Jordanian prince answers pope’s call to denounce ISIS

Jordanian prince answers pope’s call to denounce ISIS

ROME — On the way back from his late November trip to Turkey, Pope Francis challenged Muslim leaders to be more outspoken in their condemnations of ISIS and other forms of religious extremism. In early December, a cross-section of Sunni and Shi’ite Muslims, featuring Jordan’s Prince El Hassan bin Talal,

ROME — On the way back from his late November trip to Turkey, Pope Francis challenged Muslim leaders to be more outspoken in their condemnations of ISIS and other forms of religious extremism.

In early December, a cross-section of Sunni and Shi’ite Muslims, featuring Jordan’s Prince El Hassan bin Talal, gathered in Rome to do just that.

“They don’t represent us, and we went on to make clear why,” said Hassan, who’s the uncle of Jordan’s current monarch King Abdullah II. He was referring not only to ISIS, but all brands of Islamic extremism.

In an interview with Crux, Hassan said he believes that anyone holding the Quran in their hands claiming that women shouldn’t be educated, as Boko Haram members do in Nigeria, is an obscenity.

“How can you say that when the Holy Book started with the revelation of the angel saying, ‘Read!’?” he asked.

Gathered in Rome for a summit called “Christians and Muslims: Believers Living in Society” on Dec. 2-4, Anglicans and Catholics joined the Muslim delegations in denouncing “ugly and hideous” distortions of religion.

Together, Sunni and Shi’ite participants drafted the “Muslim Declaration,” in which they stated that the pseudo-Islamist groups such as the Shabab in Somalia, Boko Haram in Nigeria, and the Taliban in Afghanistan, together with ISIS in Iraq and Syria, are in violation of the Sharia and must be “universally condemned by all righteous Muslims.”

Hassan described the meeting as a “call to action,” and said it was “extraordinary” because the two normally opposing branches of Islam came together.

The Jordanian leader stressed that the push-back against such extremist groups isn’t just an abstract cause. Among other things, he pointed out that 70 percent of the world’s refugees today are Muslims, many of them driven into exile by violence from ISIS and other radical Islamic groups.

Although there’s often a price to be paid for daring to speak out against those groups, Hassan said he’s not concerned for his personal safety.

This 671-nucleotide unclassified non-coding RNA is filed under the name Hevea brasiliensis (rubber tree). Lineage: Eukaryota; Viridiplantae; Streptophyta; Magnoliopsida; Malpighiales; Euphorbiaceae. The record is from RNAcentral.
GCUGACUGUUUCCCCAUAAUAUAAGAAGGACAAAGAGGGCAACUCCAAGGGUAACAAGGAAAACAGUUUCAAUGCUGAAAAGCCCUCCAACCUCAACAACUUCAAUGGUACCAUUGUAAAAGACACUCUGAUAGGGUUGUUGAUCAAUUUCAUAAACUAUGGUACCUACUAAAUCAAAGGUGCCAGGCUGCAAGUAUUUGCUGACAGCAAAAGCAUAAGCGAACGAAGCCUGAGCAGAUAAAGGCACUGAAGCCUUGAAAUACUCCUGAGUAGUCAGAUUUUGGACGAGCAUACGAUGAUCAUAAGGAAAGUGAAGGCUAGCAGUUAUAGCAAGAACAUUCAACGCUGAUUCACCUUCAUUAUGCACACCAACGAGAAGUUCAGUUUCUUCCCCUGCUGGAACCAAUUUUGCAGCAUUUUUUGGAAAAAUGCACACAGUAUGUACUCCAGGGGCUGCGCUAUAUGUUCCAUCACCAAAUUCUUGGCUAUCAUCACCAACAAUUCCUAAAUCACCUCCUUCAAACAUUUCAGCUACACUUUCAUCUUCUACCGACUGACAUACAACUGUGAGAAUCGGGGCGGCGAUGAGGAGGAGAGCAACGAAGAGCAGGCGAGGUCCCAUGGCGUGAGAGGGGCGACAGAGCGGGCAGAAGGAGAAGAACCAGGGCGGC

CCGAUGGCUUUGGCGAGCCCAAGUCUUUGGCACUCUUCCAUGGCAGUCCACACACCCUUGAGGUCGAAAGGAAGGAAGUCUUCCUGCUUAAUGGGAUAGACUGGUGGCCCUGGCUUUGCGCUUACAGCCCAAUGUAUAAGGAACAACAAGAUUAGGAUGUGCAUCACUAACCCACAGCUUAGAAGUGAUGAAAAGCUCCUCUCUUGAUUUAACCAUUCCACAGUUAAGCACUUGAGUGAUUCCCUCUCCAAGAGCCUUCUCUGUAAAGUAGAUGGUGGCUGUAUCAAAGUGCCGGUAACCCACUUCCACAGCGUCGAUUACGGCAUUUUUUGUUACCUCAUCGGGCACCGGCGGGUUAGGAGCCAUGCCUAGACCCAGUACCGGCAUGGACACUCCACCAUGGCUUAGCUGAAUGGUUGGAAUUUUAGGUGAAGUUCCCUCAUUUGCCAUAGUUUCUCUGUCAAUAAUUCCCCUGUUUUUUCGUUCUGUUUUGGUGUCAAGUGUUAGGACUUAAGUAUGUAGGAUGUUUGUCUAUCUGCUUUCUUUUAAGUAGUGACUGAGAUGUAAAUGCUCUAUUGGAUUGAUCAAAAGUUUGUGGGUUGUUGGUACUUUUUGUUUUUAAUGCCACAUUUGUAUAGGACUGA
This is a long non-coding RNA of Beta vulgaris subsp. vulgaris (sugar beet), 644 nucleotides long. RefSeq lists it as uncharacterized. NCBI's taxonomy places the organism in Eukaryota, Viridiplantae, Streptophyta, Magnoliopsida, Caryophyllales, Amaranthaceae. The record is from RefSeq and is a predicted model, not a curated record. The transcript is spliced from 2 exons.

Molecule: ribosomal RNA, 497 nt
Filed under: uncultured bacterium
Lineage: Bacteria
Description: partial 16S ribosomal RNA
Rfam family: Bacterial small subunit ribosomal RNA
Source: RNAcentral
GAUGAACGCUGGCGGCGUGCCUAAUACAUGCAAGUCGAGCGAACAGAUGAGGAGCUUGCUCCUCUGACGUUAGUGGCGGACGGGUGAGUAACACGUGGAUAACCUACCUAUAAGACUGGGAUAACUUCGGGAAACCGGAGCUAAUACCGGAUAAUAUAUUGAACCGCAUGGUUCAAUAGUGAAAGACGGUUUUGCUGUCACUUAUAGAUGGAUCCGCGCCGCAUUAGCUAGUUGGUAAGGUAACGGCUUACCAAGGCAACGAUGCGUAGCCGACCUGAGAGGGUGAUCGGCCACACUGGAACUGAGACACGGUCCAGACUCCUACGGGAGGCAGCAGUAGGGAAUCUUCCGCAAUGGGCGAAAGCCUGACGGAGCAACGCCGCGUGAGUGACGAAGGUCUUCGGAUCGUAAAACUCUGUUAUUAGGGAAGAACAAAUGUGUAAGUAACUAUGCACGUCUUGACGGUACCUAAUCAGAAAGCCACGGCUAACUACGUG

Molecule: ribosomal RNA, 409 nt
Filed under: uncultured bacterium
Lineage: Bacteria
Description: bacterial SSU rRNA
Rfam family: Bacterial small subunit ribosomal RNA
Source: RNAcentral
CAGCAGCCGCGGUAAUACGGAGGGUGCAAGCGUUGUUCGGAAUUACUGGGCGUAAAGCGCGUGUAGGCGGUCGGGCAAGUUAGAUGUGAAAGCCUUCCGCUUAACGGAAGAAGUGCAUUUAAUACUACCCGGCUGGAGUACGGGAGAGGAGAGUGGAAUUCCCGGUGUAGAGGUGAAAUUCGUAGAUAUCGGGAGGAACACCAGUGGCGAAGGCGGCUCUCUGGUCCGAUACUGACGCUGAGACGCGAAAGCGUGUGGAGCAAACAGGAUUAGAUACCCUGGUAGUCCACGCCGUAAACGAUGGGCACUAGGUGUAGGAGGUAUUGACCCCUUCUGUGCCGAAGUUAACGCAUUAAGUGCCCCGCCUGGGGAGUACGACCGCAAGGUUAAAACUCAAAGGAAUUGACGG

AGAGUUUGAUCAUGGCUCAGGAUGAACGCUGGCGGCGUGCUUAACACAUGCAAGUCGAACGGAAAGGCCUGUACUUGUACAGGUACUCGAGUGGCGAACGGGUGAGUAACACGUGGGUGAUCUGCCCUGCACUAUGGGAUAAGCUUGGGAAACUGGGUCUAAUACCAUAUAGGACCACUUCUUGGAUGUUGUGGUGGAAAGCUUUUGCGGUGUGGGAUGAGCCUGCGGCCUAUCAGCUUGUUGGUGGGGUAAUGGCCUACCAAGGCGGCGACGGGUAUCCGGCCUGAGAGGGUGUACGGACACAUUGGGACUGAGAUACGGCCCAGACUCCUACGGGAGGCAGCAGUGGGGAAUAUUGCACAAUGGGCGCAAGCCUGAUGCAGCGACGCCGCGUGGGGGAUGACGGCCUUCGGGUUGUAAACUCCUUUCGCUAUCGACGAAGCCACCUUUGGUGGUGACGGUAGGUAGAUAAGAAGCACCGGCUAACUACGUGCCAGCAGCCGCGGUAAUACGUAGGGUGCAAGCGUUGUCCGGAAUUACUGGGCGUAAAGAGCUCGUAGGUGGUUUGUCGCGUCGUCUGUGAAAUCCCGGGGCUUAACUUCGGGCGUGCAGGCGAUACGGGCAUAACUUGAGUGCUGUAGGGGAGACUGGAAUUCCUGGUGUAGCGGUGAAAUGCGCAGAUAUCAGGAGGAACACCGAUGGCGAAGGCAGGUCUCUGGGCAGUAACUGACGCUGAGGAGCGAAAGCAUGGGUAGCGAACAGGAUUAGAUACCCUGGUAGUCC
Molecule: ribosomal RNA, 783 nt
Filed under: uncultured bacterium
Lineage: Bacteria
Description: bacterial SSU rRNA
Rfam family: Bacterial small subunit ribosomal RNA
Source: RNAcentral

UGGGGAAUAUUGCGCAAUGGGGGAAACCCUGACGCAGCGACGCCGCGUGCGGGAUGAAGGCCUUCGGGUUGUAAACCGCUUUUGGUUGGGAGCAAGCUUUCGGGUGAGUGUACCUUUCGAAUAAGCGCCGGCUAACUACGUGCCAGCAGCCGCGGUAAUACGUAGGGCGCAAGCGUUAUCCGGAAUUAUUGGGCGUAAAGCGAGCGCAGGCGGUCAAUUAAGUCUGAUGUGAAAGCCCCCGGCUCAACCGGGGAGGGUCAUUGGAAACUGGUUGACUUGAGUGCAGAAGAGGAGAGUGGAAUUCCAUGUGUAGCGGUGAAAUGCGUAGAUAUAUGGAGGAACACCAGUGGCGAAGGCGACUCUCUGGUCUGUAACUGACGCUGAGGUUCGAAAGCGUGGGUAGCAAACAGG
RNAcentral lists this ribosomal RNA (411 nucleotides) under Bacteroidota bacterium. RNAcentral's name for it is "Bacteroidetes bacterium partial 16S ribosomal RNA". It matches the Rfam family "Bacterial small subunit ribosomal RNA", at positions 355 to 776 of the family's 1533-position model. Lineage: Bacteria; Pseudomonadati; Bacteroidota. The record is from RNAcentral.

“There’s nothing new in receiving death threats,” he said. “At least you’re getting through to the target audience.”

Jordan has a deep stake in the future of the Middle East. It borders Iraq, Syria, Israel, and the Palestinian territories, meaning that it’s currently flanked by two of the seven active conflicts in the region.

Hassan told Crux that confusion over what the “Middle East” actually means is part of the problem.

“An American dignitary once told me that it’s everything between Casablanca and Calcutta, from Bangladesh to Marrakesh,” he said. “That’s a lot of ground with no real common denominator.”

The Jordanian leader believes no solution will be found until a sense of common purpose across the region is achieved.

“The current wars between nations date to the postcolonial times, making it easy for someone like ISIS to come in, abolish borders, and declare that is opposed to any kind of authority,” he said.

The lack of a concept of region, he said, undermines any possibility of developing good governance to contain populist forms of leadership.

Jordan participates in the US-led military coalition against ISIS in Iraq and Syria, and is currently home to more than 600,000 of Syrian exiles, where they’re considered refugees despite Jordan not being a signatory to the 1951 International Refugee Convention.

Hassan praised both Pope Francis and emeritus Pope Benedict XVI for encouraging interreligious dialogue.

“The integrity [Benedict] is displaying is an example for us all,” he said.

The summit’s final declaration was a call to action signed by Washington’s Anglican Bishop John Bryson Chane; Cardinal Jean-Louis Tauran, president of the Pontifical Council for Interreligious Dialogue; Hassan, and Ayatollah Seyyed Mostafa Mohaghegh Damad of Iran.

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